8chan is an anarchic web forum that has historically played host to trolls, meme-makers, pornographers, and racists. Pinterest is a photo-cataloguing site beloved by moms saving weeknight dinner recipes.
At least that’s how it used to be.
But as a series of fringe-right conspiracy theories—particularly the bizarre and baseless QAnon conspiracy—find a growing audience in America’s baby boomer set, the boundaries between the “normie” web and the internet’s underbelly are bleeding. Nowhere is the strange alliance more visible than on Pinterest, where users share QAnon memes alongside pancake recipes, and on 8chan where irony-poisoned young trolls are mollified by an influx of earnest, middle-aged conspiracy fans.
8chan is ground zero for the QAnon conspiracy, which claims that an anonymous 8chan poster is actually a high-ranking military member dispensing secrets about the government. The vague and oft-debunkable posts falsely claim Donald Trump is not actually under investigation, but is actually helping Robert Mueller III investigate a satanic pedophilia ring in which virtually all prominent Democrats or Hollywood figures are involved.
It’s the stuff of spam email chains. But the conspiracy has ardent adherents. Recent Trump rallies have seen a wave of mostly middle-aged fans wearing Q apparel. The conspiracy has also spawned several real-world standoffs, including outside Tucson, Arizona, where a man baselessly claiming to be hunting child sex-traffickers has amassed a large online following. The man’s following, which funds him through mailed gift cards, is “mostly middle-aged white Christian women who fawn over his rants, tell him he has pretty eyes, and pray fervently for God to smite his critics,” JJ MacNab, an extremism expert who has been following the standoff wrote on Twitter.
Originally based on 4chan and 8chan, QAnon reached an older, less tech-savvy audience through Reddit and specialized blogs, run by people profiting off the conspiracy, NBC News reported. The conspiracy’s growing fanbase among what 8channers call “normies” (earnest people with generic consumption habits, who are typically excluded from internet in-jokes) led to its spread to “normie” social media. The pinnacle of normie social media is Pinterest.
Stereotyped as a home for gardening tips and baking hacks, Pinterest surprised casual observers last week when it announced that it had banned Alex Jones, the host of the conspiracy website Infowars. The red-faced Sandy Hook truther seemed an odd fit for the website, but an Observer investigation found a burgeoning Infowars fandom on the site.
Many of those users also pinned QAnon memes. The net effect is a community of middle-aged women, some with hundreds of followers, pinning style tips and parfait recipes alongside QAnon-inspired photoshops of Clinton aide John Podesta drinking a child’s blood. The Pinterest page for a San Francisco-based jewelry maker sells QAnon earrings alongside “best dad in the galaxy” money clips.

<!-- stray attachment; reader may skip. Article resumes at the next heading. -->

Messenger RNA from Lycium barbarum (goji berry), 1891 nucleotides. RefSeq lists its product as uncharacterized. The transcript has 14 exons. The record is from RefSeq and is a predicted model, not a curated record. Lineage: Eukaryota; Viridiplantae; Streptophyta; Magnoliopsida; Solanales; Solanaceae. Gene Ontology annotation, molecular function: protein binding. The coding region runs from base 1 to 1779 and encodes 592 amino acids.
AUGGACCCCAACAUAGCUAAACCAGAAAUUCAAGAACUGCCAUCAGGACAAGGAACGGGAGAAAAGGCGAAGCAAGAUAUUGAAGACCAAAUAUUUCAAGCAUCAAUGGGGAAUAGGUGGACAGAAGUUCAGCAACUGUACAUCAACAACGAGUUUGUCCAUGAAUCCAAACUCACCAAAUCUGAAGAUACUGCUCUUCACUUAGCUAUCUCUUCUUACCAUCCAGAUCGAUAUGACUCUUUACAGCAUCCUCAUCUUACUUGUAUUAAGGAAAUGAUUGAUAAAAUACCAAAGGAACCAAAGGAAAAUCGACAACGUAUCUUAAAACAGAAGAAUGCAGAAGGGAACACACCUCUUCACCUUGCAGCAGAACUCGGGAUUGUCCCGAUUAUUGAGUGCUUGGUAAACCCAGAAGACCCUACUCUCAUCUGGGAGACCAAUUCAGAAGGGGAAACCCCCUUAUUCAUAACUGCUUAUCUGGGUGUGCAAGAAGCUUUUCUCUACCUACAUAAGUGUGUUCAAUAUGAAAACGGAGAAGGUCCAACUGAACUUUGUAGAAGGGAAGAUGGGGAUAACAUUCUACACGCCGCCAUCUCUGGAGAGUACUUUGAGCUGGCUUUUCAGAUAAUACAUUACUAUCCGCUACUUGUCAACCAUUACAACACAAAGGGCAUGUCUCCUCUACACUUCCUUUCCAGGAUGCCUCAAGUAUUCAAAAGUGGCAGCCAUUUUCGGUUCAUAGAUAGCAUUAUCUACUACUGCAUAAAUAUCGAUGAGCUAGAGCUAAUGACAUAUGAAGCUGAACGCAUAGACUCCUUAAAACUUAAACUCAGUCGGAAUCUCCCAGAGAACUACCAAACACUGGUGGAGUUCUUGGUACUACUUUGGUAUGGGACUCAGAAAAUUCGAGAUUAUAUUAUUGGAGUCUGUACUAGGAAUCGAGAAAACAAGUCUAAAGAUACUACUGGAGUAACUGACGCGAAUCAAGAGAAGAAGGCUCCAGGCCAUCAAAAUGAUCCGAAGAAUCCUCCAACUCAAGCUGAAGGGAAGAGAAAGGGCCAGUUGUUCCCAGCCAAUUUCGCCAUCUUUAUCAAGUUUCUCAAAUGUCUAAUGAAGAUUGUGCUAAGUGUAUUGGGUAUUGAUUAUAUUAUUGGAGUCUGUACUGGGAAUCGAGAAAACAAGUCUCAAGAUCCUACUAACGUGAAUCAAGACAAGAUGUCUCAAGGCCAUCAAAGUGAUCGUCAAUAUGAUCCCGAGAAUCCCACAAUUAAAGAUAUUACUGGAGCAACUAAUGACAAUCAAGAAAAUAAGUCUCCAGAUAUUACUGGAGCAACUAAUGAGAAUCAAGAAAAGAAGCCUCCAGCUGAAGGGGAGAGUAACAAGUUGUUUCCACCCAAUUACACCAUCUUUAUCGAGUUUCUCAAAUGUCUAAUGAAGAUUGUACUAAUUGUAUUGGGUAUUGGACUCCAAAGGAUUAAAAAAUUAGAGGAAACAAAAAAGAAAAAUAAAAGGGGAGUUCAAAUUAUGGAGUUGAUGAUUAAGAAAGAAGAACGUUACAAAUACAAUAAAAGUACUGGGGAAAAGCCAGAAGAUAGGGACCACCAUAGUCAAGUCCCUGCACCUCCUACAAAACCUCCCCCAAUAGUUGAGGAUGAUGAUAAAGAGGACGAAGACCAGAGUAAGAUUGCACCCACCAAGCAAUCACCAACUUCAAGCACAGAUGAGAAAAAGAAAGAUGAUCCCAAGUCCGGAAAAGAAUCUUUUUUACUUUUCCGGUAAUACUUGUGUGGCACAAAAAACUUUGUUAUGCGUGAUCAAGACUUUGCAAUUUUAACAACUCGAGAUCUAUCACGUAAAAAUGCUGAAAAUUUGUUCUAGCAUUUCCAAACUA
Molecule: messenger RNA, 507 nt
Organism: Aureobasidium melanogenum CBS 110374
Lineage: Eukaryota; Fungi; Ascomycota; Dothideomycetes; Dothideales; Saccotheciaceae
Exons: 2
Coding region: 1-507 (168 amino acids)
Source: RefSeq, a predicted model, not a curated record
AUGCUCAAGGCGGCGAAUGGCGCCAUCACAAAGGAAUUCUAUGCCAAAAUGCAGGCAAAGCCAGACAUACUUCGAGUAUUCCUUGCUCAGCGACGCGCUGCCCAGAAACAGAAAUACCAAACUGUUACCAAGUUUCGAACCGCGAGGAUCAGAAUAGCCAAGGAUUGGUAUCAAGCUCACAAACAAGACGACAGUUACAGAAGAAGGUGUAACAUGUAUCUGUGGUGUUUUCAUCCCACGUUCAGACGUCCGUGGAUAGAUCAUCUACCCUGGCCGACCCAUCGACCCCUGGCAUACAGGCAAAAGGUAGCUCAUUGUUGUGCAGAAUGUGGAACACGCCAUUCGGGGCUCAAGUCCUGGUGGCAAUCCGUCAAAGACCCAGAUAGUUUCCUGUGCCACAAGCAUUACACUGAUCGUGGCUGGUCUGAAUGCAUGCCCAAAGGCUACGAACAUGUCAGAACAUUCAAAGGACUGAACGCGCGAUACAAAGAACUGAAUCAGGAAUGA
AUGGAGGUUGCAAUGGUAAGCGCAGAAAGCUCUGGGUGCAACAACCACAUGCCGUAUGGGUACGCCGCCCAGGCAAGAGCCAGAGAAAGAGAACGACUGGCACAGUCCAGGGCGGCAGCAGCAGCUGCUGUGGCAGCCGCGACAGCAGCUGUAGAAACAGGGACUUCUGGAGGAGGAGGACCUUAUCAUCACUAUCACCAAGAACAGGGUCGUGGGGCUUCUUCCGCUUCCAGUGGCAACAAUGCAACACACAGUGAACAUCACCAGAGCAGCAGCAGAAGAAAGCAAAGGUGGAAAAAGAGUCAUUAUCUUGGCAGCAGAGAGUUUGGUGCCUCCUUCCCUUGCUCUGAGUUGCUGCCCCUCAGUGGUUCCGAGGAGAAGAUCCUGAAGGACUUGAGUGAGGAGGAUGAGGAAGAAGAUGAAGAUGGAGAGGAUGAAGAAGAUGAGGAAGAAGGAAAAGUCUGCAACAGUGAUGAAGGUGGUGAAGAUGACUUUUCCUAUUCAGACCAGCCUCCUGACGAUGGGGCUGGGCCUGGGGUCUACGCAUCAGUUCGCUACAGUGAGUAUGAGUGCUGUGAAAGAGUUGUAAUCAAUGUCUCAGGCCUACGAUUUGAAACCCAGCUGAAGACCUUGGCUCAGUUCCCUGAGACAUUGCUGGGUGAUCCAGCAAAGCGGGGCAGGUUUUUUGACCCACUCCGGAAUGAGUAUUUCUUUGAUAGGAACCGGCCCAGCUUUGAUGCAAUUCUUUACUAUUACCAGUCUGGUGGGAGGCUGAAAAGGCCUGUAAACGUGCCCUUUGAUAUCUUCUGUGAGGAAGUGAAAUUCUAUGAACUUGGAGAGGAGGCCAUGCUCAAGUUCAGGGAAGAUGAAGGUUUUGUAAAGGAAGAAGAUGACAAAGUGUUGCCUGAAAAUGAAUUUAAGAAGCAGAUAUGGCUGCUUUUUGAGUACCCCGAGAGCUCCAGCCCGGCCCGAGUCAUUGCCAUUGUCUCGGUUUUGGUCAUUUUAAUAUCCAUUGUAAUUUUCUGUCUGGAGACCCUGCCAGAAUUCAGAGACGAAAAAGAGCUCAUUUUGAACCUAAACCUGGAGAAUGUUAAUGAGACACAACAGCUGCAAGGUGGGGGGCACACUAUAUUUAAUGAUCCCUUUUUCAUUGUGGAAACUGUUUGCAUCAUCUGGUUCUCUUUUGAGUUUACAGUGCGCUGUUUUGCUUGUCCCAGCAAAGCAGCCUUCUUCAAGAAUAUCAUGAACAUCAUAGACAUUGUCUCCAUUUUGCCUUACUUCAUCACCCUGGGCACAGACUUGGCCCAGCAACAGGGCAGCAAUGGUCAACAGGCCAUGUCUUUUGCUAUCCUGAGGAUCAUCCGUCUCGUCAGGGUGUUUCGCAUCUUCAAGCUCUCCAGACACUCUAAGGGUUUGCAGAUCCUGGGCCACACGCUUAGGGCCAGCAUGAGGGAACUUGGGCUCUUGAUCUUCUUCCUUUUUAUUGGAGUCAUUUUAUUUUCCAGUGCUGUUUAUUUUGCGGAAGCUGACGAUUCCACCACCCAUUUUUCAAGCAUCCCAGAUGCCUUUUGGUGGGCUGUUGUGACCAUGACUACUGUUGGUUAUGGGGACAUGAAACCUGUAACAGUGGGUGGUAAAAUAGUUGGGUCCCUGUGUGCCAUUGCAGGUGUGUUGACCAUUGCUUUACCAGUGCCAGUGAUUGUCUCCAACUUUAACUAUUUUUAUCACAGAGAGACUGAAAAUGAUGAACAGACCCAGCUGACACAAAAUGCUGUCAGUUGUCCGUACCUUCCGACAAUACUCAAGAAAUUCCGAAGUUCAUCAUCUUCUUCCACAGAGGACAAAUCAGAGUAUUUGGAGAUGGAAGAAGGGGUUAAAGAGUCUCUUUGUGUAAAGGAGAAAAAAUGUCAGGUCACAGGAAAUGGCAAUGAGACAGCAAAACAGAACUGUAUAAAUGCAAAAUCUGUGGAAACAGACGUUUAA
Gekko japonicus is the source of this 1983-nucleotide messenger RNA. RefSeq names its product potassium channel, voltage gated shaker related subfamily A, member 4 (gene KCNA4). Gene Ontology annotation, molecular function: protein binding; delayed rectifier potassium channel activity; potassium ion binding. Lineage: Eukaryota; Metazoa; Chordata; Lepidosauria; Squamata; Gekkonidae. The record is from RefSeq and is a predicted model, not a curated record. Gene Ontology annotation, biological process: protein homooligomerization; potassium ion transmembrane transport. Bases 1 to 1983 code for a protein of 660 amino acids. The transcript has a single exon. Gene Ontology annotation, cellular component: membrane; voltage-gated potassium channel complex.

Pinterest’s algorithm automatically suggests tags with “ideas you might love,” based on the board currently being viewed. In a timely clash of Trumpist language and Pinterest-style relatable content, board that hosts the Podesta photoshop suggests viewers check out tags for “fake news” and “so true.”
But some QAnon followers left Pinterest and went searching for the original QAnon posts. The hunt brought them to 8chan, whose confusing interface and propensity for anime porn make it an unlikely home for older users, Matt Binder, a journalist who has monitored 8chan for years, and written about QAnon’s staying power with baby boomers said.
“By the nature of image boards having fairly bad user interface which can make it confusing for people who aren't too tech-savvy, you can find numerous threads elsewhere, like on conspiracy subreddits and on Twitter, of people who are clearly older asking how can they find Q on 8chan,” Binder told The Daily Beast.
8chan’s management noted the phenomenon early this year.
“We joked about it for years, but #QAnon is making it a reality: Boomers! On your imageboard,” the site tweeted in January above memes of elderly people squinting at computers.
“I don't think you're seeing them post too much outside of the [main QAnon] board,” Binder said, “but they're looking for it and when they get there you can tell because the users on that board are some of the only earnest people on all of 8chan.”
Some of 8chan’s more typical users—young, meme-literate, and cranky—have taken issue with their new digital neighbors.
“Your everyday shitposters range from not caring, to finding it funny, to very much hoping they don't spread off the Q board,” Binder said.
The two most-active QAnon-related boards on 8chan are the main forum for QAnon discussion, and another, misleadingly titled “QAnon” which is actually anti-QAnon and begs users to “fuck this board’s shit up.” Its posters, frequently racist, rail on the “boomers” who have overtaken other boards and post Pokemon porn, speculating that the person behind QAnon would like to have sex with Pokemon.
8chan’s third most-active QAnon board is home to a different sect of people who claim to have been “banned from QAnon” over their splinter conspiracy that claims the original QAnon poster was legitimate, but that the posts have been overtaken by an imposter.
A popular post on “banned from QAnon” lists the splinter theory’s most prominent promoters. The post concedes that the second group on the list was “exposed for being a cult,” but that they still made some very good points.